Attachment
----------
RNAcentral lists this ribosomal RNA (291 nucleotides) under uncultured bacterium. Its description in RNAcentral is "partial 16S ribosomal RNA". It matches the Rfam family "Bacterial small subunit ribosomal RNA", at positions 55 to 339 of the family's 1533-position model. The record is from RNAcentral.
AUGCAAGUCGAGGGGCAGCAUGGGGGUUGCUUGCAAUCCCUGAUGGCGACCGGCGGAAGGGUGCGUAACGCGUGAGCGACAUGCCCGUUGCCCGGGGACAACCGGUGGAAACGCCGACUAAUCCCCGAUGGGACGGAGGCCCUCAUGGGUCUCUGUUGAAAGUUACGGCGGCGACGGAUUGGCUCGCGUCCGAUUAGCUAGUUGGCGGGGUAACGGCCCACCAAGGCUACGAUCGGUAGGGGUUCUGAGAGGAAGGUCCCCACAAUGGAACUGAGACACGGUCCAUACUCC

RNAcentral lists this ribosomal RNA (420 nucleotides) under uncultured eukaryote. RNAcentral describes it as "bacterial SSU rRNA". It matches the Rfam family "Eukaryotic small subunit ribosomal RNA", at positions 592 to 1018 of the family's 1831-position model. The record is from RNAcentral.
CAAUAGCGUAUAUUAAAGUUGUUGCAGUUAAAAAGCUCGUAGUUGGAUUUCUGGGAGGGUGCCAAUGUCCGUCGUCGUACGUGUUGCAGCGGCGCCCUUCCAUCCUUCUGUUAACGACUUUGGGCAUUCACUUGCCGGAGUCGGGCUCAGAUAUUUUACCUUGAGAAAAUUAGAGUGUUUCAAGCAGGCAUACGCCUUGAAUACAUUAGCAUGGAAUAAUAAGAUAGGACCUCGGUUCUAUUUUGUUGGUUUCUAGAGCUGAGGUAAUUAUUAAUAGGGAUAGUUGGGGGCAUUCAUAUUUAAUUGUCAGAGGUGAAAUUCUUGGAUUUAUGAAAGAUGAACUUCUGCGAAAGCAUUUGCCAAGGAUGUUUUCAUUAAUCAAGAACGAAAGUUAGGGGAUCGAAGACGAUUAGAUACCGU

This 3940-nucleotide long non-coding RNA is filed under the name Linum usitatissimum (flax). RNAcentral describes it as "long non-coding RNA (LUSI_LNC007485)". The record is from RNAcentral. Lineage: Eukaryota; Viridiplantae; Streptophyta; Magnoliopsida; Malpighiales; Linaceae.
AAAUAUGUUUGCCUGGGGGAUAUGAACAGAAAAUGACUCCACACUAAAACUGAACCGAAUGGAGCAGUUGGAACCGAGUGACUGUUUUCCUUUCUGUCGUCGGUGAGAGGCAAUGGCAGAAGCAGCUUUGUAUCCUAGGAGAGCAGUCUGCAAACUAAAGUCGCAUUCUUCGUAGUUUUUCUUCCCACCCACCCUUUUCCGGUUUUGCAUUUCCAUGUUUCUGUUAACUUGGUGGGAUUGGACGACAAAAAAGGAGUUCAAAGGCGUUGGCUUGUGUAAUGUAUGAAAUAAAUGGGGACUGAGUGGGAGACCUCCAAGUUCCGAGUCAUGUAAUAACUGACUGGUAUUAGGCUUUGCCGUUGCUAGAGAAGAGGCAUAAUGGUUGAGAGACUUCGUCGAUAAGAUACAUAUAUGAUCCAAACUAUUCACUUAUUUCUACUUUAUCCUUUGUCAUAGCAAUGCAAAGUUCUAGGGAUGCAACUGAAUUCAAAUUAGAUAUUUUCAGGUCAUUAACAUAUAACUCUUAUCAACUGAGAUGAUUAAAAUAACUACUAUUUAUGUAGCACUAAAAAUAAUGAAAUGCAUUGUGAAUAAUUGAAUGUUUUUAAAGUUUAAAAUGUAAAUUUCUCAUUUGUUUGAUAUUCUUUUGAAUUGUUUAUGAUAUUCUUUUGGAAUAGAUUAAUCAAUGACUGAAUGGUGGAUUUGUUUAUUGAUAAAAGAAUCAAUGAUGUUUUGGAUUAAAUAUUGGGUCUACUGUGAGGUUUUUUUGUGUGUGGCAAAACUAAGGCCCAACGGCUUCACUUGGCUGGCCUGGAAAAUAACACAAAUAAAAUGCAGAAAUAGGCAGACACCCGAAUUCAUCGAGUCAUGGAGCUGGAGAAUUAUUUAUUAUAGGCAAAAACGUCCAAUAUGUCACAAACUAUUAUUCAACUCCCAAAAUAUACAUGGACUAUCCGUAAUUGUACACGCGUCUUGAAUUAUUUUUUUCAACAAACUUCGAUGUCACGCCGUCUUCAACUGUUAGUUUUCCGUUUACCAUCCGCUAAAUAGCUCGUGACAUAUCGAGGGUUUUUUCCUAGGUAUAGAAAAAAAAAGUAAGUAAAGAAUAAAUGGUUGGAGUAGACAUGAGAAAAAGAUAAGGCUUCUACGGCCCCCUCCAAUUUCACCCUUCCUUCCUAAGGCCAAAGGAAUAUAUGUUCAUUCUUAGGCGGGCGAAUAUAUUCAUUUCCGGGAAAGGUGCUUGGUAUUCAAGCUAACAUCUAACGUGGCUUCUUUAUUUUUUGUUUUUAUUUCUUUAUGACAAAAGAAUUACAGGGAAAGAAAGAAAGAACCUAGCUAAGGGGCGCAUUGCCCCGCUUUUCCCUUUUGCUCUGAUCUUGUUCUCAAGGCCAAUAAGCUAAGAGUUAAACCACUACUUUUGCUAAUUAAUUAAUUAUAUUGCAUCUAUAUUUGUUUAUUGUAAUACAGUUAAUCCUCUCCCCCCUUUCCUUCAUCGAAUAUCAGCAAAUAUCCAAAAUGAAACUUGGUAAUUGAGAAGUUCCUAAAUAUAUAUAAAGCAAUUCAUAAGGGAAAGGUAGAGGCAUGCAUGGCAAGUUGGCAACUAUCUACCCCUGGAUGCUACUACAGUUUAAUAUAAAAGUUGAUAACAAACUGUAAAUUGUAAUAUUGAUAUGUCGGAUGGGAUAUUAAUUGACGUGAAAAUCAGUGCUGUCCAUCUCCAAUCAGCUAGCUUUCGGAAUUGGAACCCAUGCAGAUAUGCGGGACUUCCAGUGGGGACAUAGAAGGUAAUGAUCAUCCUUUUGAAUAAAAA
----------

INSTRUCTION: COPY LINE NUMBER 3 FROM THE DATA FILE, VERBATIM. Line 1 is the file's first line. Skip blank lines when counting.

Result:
RNAcentral lists this ribosomal RNA (420 nucleotides) under uncultured eukaryote. RNAcentral describes it as "bacterial SSU rRNA". It matches the Rfam family "Eukaryotic small subunit ribosomal RNA", at positions 592 to 1018 of the family's 1831-position model. The record is from RNAcentral.